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Overall, I'm pretty happy how the veneer job came out. All the mistakes were correctable. I think if I veneer in the future, I'll do it with a vacuum press setup. A vacuum press would also help get curved layers built.
Looks like lots of work, for sure! I spent lots of hours researching DIY vacuum press setups when I was doing my build. It would definitely have simplified things. Looking good!
 

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Discussion Starter #32
Really really nice build, this is going to my shortlist of upcoming project, gotta do something, right :D


A couple of questions though:


1: Are you going to put more stuffing in it?
2: How is the transmission line working when the port is on the baffle?
3: Would you mind sharing your drawings here?


Can't wait to see them finished, and also get some listening impressions :)
Thanks! For questions 1 and 2, I just followed the recommendations per Curt on speakerdesignworks; "This is a mass loaded transmission line with the port loaded in the center of the line. This provides the maximum port output at this location. The line is fully stuffed except near the port mouth. I recommend you start with 36 oz. of acousta-stuf, polyfill, or similar and add or subtract to taste."

Question 3, the only thing I drew up was the curved braces, shown in post 1. Everything else I pulled from Curt's documentation, and modified on the fly to fit the curve.

Looks like lots of work, for sure! I spent lots of hours researching DIY vacuum press setups when I was doing my build. It would definitely have simplified things. Looking good!
Thank you! My dad still does woodworking here and there...maybe I'll convince him to go in on a vacuum press with me lol.
 

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Discussion Starter #33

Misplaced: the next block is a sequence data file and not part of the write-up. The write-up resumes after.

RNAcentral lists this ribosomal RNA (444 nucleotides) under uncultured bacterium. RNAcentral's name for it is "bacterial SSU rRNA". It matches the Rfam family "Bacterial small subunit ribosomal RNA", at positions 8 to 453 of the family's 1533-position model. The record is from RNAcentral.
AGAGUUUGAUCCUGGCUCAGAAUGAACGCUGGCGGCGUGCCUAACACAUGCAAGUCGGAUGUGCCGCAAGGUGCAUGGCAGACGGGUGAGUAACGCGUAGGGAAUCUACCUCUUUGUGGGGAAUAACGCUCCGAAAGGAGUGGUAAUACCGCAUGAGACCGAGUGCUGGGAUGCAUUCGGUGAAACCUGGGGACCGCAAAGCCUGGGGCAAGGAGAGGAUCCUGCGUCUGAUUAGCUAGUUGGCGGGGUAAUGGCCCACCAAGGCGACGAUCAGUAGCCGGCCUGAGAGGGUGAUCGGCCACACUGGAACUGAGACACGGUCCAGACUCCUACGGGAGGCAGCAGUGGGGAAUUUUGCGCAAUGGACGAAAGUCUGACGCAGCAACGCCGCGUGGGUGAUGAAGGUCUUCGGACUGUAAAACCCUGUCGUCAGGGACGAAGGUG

Final finish regimen:

Sand veneer down: 120 -> 220 -> 400
Raise grain: Spray with water, let dry, sand with 400
Spray 3 coats dye: Reddish Brown Transtint mixed in water (50% strength recommended on bottle)
Rub cabinets with Boiled Linseed Oil, wipe off after 20 min, let dry 24 hours
2 coats of #1 wax-free shellac
Lightly sand with 400
2 more coats of #1 wax-free shellac
2 coats of top-coat (General Finish High Performance water-based Polyurethane - Satin)
Lightly sand with 400
2 more coats of top-coat
Lightly sand with 800
2 final coats of top-coat

I probably went a little overboard with the process, but I really enjoyed using the spray gun. That GF top coat in particular was REALLY nice to spray. The harbor freight purple gun worked really well for being so cheap. Some pics from the process:







 

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Terrible. Absolutely hideous. You should be ashamed of yourself and your total lack of vision and anything representing speaker building skill.


I will be flying into Ft Worth later this week to relieve you of the source of your shame.


:D
Obviously kidding, those are beautiful and you should be proud of them!
 

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Discussion Starter #36
Terrible. Absolutely hideous. You should be ashamed of yourself and your total lack of vision and anything representing speaker building skill.


I will be flying into Ft Worth later this week to relieve you of the source of your shame.


:D
Obviously kidding, those are beautiful and you should be proud of them!
Lol, thank you!
 

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Great job on the build. I'd love to hear your review of them after they break in. These speakers are on my short list of speakers I want to build.